Governor, lawmakers aren't panicking as budget push nears

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Governor, lawmakers aren't panicking as budget push nears. Gray Hall reports during Action News at 9 a.m. on May 27, 2018. (WPVI)

As the most intense part of this year's budget season is about to get underway, it's been remarkably quiet in the state Capitol, and policymakers say they're hopeful that bodes well for an improvement in what's been a strained process for several years.

Republican leaders in the Legislature say they hope a deal can be completely wrapped up before the June 30 deadline, thanks to stable tax revenues and a political environment that has lowered expectations for major new initiatives.

"You're not talking about billion-dollar deficits anymore," said House Majority Leader Dave Reed, R-Indiana, while at the same time cautioning that "you never know how things turn out."

The state budget has been a nightmarish process for the past decade, as sluggish revenues, rising health care costs, business tax cuts and long-avoided bills coming due for pension obligations combined to put the crunch on state finances.

These days the focus is on revenues that appear to be meeting projections. A governor's race and looming legislative elections may also have a lot to do with the subdued tone.

"It's quiet because the gravity of the decisions that need to be made to accommodate very challenging financial situations creates a louder conversation because it's more controversial," said Senate Appropriations Chairman Pat Browne, R-Lehigh.

Democratic Gov. Tom Wolf has not signed the main budget bills during any of his first three years in office, instead letting spending plans passed by the Republican-majority House and Senate take effect without his signature.

Asked about that record, the administration provided a written statement that he's supported the last two spending plans but "refused to sign spending bills that weren't paid for by the General Assembly, which failed to pass all the main components of the budget on time. Gov. Wolf drew a line in the sand and refused to allow backdoor cuts to education, health care or programs for seniors."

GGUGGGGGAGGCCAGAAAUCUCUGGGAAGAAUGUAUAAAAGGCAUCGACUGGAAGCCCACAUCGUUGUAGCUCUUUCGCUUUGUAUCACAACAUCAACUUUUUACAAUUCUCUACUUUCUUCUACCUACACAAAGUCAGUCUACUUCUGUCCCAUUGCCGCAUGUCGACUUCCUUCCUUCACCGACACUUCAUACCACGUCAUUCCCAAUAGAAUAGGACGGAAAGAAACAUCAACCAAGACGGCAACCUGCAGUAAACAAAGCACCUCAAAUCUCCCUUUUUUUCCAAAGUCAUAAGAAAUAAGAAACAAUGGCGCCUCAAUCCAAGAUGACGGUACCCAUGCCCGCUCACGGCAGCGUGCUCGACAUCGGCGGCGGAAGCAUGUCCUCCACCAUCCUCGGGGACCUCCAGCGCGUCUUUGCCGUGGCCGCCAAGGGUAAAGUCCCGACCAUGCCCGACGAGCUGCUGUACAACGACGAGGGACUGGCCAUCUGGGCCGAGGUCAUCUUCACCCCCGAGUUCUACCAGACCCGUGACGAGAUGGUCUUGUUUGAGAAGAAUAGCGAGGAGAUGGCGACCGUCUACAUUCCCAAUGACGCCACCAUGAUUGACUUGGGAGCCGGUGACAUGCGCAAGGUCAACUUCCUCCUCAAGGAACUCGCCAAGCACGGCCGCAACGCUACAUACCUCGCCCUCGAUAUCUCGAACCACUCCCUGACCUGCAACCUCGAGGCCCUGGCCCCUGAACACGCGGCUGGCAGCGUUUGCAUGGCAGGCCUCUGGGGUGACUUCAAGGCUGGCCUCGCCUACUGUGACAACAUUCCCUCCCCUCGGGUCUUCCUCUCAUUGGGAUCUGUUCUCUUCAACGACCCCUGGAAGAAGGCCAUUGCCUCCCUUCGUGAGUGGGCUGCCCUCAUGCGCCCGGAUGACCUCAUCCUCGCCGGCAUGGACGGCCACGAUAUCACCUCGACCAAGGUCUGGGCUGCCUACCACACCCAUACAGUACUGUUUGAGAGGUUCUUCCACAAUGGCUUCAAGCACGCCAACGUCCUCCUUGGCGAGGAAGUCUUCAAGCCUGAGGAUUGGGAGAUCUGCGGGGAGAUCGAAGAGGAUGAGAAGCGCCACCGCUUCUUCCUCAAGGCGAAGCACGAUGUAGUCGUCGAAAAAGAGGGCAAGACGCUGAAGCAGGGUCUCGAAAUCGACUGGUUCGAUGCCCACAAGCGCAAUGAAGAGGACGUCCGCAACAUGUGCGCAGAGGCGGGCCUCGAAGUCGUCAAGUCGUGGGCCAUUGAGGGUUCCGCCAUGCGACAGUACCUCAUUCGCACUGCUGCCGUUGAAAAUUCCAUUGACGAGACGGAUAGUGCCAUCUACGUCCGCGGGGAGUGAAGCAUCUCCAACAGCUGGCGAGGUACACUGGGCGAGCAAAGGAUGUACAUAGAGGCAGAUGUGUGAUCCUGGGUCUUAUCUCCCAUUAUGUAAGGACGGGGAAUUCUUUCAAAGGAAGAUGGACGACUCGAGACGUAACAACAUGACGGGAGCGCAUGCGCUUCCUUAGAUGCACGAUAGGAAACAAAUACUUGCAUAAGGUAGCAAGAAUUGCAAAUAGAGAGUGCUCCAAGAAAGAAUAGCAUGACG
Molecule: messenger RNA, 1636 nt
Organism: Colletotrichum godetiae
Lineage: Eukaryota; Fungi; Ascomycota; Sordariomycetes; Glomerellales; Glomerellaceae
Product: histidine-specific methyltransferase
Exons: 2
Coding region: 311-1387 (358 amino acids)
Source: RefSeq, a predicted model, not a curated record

Wolf is currently less than six months away from facing voters as he seeks a second term, running against state Sen. Scott Wagner, R-York, who will have a vote on the budget bills.

During the annual budget speech in February, Wolf endorsed additional spending on career and technical education and again advocated for a tax on natural gas drilling, a perennial Democratic proposal that Republicans have perennially opposed. He also wants more money for addiction treatment.

The governor's $33 billion proposal would represent a 3 percent increase, including about $225 million more for education and a $230 million increase for services at home for the elderly and disabled. He also wants a $25-per-person fee for state police coverage in areas that do not have their own full-time police force, a proposal previously rejected by Republicans - many from rural districts where state police represent the first line of law enforcement.

"The governor didn't introduce a budget that had a lot of controversy to it," said Sen. Vince Hughes of Philadelphia, the ranking Democrat on the Appropriations Committee. He said he sees the Capitol "evolving into a budget season that hopefully is short."

Speaking to the Pennsylvania Press Club last week, Senate President Pro Tempore Joe Scarnati, R-Jefferson, said he was disappointed he could not reach a deal with Wolf last year that traded a modest gas drilling tax for regulatory changes to help the industry push back against fee increases, inspections and permit delays.

He now thinks that could happen next year, or maybe in five years, or maybe after he's left the Senate - but predicted that if it gets ironed out, "we're not going to have the deal that we had last year."

The Wolf administration says the governor's shale tax proposal would generate $249 million next year, $264 million in 2019-20 and $355 million in 2020-21.

Scarnati said he hopes to direct more money to improve school safety by the time a spending plan is enacted in the coming weeks or months.

"I believe we can increase some grants to schools that would hire and put on board professionals in order to help students, if they have issues," he said.

Rep. Joe Markosek of Allegheny County, the ranking Democrat on Appropriations, said the form is to be determined but the general support for school safety money is broad.

"I would say that's very high on everyone's agenda this year," Markosek said.

The state's financial picture got a bit brighter with a U.S. Supreme Court decision earlier this month legalizing sports betting, although the administration is still trying to sort out how much it will be worth. On the other hand, there's a recent federal court ruling that $200 million in the current year's budget can't be siphoned out of a fund for medical malpractice insurance.

After Memorial Day weekend, the House will be in session for 16 days and the Senate 14 before the budget deadline.

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(Copyright ©2018 by The Associated Press. All Rights Reserved.)